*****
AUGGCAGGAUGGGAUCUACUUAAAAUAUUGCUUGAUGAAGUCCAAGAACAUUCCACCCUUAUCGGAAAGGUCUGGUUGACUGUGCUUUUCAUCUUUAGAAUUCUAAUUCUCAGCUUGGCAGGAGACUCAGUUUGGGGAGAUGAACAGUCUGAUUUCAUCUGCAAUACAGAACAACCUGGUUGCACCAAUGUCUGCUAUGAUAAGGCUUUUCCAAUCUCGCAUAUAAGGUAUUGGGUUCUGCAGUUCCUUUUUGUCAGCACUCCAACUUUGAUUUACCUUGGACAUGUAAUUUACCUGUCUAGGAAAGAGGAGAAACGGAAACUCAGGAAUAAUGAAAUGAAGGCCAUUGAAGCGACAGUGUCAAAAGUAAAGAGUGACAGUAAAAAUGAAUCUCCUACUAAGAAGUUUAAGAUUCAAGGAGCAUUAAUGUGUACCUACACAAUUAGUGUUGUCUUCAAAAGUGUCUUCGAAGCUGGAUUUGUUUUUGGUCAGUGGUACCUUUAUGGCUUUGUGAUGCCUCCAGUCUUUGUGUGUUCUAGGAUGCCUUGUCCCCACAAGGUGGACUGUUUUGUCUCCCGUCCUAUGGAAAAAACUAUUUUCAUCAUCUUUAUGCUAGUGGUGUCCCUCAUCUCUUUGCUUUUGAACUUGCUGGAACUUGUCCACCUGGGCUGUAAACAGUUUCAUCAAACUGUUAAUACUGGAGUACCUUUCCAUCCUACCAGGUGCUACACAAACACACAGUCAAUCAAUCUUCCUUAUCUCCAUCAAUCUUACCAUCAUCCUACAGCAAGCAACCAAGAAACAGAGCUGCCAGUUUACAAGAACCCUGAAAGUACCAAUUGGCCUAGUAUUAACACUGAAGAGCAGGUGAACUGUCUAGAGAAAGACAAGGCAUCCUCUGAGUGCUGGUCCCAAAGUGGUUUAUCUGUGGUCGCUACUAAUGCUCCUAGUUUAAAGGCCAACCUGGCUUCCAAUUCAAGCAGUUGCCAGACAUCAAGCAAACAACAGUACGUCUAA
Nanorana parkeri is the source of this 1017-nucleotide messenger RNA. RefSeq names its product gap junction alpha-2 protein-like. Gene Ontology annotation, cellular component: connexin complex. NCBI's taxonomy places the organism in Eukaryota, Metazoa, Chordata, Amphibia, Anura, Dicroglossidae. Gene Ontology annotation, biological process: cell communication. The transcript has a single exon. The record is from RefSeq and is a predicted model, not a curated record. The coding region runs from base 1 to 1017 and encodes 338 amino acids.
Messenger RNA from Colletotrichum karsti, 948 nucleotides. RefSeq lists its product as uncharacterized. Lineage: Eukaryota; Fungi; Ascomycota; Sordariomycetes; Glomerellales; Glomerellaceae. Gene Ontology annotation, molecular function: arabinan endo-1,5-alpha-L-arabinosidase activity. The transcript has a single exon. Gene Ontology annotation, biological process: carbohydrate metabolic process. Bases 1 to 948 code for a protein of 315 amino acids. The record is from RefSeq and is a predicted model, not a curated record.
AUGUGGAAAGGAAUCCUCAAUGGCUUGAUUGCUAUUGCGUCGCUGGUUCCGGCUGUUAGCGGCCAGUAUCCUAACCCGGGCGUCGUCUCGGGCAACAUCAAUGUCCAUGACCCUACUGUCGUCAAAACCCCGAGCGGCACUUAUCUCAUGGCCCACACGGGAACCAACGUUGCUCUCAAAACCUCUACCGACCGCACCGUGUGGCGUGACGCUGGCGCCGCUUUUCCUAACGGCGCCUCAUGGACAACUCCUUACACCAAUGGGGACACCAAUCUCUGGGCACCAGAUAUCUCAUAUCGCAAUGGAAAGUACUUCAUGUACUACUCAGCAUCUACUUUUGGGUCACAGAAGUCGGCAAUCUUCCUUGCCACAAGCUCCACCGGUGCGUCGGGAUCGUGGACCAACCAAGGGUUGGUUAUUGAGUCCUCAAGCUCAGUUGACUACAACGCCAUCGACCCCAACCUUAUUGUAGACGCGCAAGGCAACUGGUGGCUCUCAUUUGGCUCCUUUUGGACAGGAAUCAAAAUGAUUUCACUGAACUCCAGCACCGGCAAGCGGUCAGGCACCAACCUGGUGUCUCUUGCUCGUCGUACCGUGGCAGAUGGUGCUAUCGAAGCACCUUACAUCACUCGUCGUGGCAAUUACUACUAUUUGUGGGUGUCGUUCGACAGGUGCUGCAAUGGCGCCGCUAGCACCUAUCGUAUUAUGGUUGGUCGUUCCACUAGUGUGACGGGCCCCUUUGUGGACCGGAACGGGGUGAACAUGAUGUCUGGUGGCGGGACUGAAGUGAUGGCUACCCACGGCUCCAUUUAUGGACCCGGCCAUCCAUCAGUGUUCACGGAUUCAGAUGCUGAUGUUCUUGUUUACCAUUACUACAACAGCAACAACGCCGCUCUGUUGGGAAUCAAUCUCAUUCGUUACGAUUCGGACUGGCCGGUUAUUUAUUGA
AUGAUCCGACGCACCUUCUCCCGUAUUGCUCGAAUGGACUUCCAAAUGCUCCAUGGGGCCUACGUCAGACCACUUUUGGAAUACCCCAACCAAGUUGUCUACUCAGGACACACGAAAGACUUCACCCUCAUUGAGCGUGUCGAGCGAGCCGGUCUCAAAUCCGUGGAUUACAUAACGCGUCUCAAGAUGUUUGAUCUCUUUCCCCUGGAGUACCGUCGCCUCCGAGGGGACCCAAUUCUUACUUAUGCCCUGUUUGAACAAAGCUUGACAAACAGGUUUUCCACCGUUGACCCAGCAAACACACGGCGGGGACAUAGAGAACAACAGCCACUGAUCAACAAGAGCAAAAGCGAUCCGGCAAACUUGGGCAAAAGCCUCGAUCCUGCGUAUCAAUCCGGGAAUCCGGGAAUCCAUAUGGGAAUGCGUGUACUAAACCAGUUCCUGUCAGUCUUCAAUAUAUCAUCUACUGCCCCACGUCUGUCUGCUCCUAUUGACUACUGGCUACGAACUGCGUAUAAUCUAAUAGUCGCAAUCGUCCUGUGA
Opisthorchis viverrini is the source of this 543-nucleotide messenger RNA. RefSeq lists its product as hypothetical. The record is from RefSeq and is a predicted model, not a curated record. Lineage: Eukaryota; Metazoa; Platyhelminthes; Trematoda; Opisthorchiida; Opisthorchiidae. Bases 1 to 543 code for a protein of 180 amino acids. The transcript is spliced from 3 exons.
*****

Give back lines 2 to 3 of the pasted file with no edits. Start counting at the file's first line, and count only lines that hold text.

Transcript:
Nanorana parkeri is the source of this 1017-nucleotide messenger RNA. RefSeq names its product gap junction alpha-2 protein-like. Gene Ontology annotation, cellular component: connexin complex. NCBI's taxonomy places the organism in Eukaryota, Metazoa, Chordata, Amphibia, Anura, Dicroglossidae. Gene Ontology annotation, biological process: cell communication. The transcript has a single exon. The record is from RefSeq and is a predicted model, not a curated record. The coding region runs from base 1 to 1017 and encodes 338 amino acids.
Messenger RNA from Colletotrichum karsti, 948 nucleotides. RefSeq lists its product as uncharacterized. Lineage: Eukaryota; Fungi; Ascomycota; Sordariomycetes; Glomerellales; Glomerellaceae. Gene Ontology annotation, molecular function: arabinan endo-1,5-alpha-L-arabinosidase activity. The transcript has a single exon. Gene Ontology annotation, biological process: carbohydrate metabolic process. Bases 1 to 948 code for a protein of 315 amino acids. The record is from RefSeq and is a predicted model, not a curated record.